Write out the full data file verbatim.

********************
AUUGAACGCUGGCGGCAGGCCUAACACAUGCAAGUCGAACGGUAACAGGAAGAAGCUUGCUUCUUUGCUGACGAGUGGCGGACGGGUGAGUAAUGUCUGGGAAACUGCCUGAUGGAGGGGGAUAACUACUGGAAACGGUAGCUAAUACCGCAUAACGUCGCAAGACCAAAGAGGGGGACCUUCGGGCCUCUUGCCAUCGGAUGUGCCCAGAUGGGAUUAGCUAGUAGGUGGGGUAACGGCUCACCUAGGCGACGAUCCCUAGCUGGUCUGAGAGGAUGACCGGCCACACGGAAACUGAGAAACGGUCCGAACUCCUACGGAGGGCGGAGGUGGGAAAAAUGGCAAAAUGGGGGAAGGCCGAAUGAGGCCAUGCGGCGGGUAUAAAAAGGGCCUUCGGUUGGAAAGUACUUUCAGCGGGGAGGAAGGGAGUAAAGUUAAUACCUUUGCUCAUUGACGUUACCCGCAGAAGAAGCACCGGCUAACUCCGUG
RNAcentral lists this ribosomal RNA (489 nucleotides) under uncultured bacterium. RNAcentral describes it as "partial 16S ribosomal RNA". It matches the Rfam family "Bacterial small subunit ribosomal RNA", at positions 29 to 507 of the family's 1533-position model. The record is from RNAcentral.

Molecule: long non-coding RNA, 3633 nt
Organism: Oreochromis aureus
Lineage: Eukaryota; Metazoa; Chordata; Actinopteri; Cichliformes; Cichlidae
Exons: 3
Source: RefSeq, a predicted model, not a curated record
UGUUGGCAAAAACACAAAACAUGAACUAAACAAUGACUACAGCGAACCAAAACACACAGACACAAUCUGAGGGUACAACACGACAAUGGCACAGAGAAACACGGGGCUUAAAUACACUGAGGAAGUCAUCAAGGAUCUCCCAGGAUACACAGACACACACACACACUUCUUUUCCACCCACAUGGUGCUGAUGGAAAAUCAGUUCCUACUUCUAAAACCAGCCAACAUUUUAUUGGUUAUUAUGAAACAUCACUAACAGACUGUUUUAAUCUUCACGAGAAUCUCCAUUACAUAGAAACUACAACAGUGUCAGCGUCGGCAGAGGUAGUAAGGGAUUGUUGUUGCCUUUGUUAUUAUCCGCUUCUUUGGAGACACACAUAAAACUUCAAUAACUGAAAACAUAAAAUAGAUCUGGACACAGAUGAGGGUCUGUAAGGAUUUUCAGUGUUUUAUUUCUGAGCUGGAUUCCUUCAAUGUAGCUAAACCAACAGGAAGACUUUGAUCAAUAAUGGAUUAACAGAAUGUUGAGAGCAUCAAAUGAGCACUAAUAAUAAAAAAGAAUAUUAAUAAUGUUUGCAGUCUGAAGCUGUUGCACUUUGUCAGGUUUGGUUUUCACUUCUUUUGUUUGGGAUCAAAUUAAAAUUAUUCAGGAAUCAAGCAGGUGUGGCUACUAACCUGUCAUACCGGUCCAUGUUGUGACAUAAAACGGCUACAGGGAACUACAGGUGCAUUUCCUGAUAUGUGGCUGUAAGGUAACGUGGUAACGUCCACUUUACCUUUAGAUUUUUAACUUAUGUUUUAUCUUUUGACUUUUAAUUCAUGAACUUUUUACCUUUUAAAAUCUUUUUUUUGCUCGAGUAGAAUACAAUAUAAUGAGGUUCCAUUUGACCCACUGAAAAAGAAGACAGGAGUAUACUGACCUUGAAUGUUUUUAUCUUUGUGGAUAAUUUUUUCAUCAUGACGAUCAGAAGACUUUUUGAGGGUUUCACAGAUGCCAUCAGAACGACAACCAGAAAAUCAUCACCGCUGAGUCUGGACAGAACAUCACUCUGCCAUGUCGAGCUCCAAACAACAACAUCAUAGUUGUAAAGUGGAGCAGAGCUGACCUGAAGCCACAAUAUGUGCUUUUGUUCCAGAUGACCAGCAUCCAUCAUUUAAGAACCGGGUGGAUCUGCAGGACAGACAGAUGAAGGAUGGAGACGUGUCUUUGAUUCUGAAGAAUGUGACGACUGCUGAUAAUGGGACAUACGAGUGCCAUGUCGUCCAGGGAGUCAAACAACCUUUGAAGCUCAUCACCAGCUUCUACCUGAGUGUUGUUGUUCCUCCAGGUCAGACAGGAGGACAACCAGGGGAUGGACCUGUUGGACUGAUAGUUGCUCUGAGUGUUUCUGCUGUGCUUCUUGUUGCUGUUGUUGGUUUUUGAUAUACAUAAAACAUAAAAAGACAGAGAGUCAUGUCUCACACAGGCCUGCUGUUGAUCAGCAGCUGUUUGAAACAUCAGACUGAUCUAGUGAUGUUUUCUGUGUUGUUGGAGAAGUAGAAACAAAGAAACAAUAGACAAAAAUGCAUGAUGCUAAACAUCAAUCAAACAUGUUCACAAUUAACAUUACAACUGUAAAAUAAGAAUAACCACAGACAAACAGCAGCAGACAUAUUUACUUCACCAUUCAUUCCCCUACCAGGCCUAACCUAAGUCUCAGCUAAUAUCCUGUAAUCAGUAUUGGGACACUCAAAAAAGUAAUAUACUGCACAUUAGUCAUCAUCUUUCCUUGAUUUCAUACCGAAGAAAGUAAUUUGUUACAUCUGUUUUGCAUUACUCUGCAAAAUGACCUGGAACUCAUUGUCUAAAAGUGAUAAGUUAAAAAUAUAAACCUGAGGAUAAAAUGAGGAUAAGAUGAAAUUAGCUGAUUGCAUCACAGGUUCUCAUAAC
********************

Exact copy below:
AUUGAACGCUGGCGGCAGGCCUAACACAUGCAAGUCGAACGGUAACAGGAAGAAGCUUGCUUCUUUGCUGACGAGUGGCGGACGGGUGAGUAAUGUCUGGGAAACUGCCUGAUGGAGGGGGAUAACUACUGGAAACGGUAGCUAAUACCGCAUAACGUCGCAAGACCAAAGAGGGGGACCUUCGGGCCUCUUGCCAUCGGAUGUGCCCAGAUGGGAUUAGCUAGUAGGUGGGGUAACGGCUCACCUAGGCGACGAUCCCUAGCUGGUCUGAGAGGAUGACCGGCCACACGGAAACUGAGAAACGGUCCGAACUCCUACGGAGGGCGGAGGUGGGAAAAAUGGCAAAAUGGGGGAAGGCCGAAUGAGGCCAUGCGGCGGGUAUAAAAAGGGCCUUCGGUUGGAAAGUACUUUCAGCGGGGAGGAAGGGAGUAAAGUUAAUACCUUUGCUCAUUGACGUUACCCGCAGAAGAAGCACCGGCUAACUCCGUG
RNAcentral lists this ribosomal RNA (489 nucleotides) under uncultured bacterium. RNAcentral describes it as "partial 16S ribosomal RNA". It matches the Rfam family "Bacterial small subunit ribosomal RNA", at positions 29 to 507 of the family's 1533-position model. The record is from RNAcentral.

Molecule: long non-coding RNA, 3633 nt
Organism: Oreochromis aureus
Lineage: Eukaryota; Metazoa; Chordata; Actinopteri; Cichliformes; Cichlidae
Exons: 3
Source: RefSeq, a predicted model, not a curated record
UGUUGGCAAAAACACAAAACAUGAACUAAACAAUGACUACAGCGAACCAAAACACACAGACACAAUCUGAGGGUACAACACGACAAUGGCACAGAGAAACACGGGGCUUAAAUACACUGAGGAAGUCAUCAAGGAUCUCCCAGGAUACACAGACACACACACACACUUCUUUUCCACCCACAUGGUGCUGAUGGAAAAUCAGUUCCUACUUCUAAAACCAGCCAACAUUUUAUUGGUUAUUAUGAAACAUCACUAACAGACUGUUUUAAUCUUCACGAGAAUCUCCAUUACAUAGAAACUACAACAGUGUCAGCGUCGGCAGAGGUAGUAAGGGAUUGUUGUUGCCUUUGUUAUUAUCCGCUUCUUUGGAGACACACAUAAAACUUCAAUAACUGAAAACAUAAAAUAGAUCUGGACACAGAUGAGGGUCUGUAAGGAUUUUCAGUGUUUUAUUUCUGAGCUGGAUUCCUUCAAUGUAGCUAAACCAACAGGAAGACUUUGAUCAAUAAUGGAUUAACAGAAUGUUGAGAGCAUCAAAUGAGCACUAAUAAUAAAAAAGAAUAUUAAUAAUGUUUGCAGUCUGAAGCUGUUGCACUUUGUCAGGUUUGGUUUUCACUUCUUUUGUUUGGGAUCAAAUUAAAAUUAUUCAGGAAUCAAGCAGGUGUGGCUACUAACCUGUCAUACCGGUCCAUGUUGUGACAUAAAACGGCUACAGGGAACUACAGGUGCAUUUCCUGAUAUGUGGCUGUAAGGUAACGUGGUAACGUCCACUUUACCUUUAGAUUUUUAACUUAUGUUUUAUCUUUUGACUUUUAAUUCAUGAACUUUUUACCUUUUAAAAUCUUUUUUUUGCUCGAGUAGAAUACAAUAUAAUGAGGUUCCAUUUGACCCACUGAAAAAGAAGACAGGAGUAUACUGACCUUGAAUGUUUUUAUCUUUGUGGAUAAUUUUUUCAUCAUGACGAUCAGAAGACUUUUUGAGGGUUUCACAGAUGCCAUCAGAACGACAACCAGAAAAUCAUCACCGCUGAGUCUGGACAGAACAUCACUCUGCCAUGUCGAGCUCCAAACAACAACAUCAUAGUUGUAAAGUGGAGCAGAGCUGACCUGAAGCCACAAUAUGUGCUUUUGUUCCAGAUGACCAGCAUCCAUCAUUUAAGAACCGGGUGGAUCUGCAGGACAGACAGAUGAAGGAUGGAGACGUGUCUUUGAUUCUGAAGAAUGUGACGACUGCUGAUAAUGGGACAUACGAGUGCCAUGUCGUCCAGGGAGUCAAACAACCUUUGAAGCUCAUCACCAGCUUCUACCUGAGUGUUGUUGUUCCUCCAGGUCAGACAGGAGGACAACCAGGGGAUGGACCUGUUGGACUGAUAGUUGCUCUGAGUGUUUCUGCUGUGCUUCUUGUUGCUGUUGUUGGUUUUUGAUAUACAUAAAACAUAAAAAGACAGAGAGUCAUGUCUCACACAGGCCUGCUGUUGAUCAGCAGCUGUUUGAAACAUCAGACUGAUCUAGUGAUGUUUUCUGUGUUGUUGGAGAAGUAGAAACAAAGAAACAAUAGACAAAAAUGCAUGAUGCUAAACAUCAAUCAAACAUGUUCACAAUUAACAUUACAACUGUAAAAUAAGAAUAACCACAGACAAACAGCAGCAGACAUAUUUACUUCACCAUUCAUUCCCCUACCAGGCCUAACCUAAGUCUCAGCUAAUAUCCUGUAAUCAGUAUUGGGACACUCAAAAAAGUAAUAUACUGCACAUUAGUCAUCAUCUUUCCUUGAUUUCAUACCGAAGAAAGUAAUUUGUUACAUCUGUUUUGCAUUACUCUGCAAAAUGACCUGGAACUCAUUGUCUAAAAGUGAUAAGUUAAAAAUAUAAACCUGAGGAUAAAAUGAGGAUAAGAUGAAAUUAGCUGAUUGCAUCACAGGUUCUCAUAAC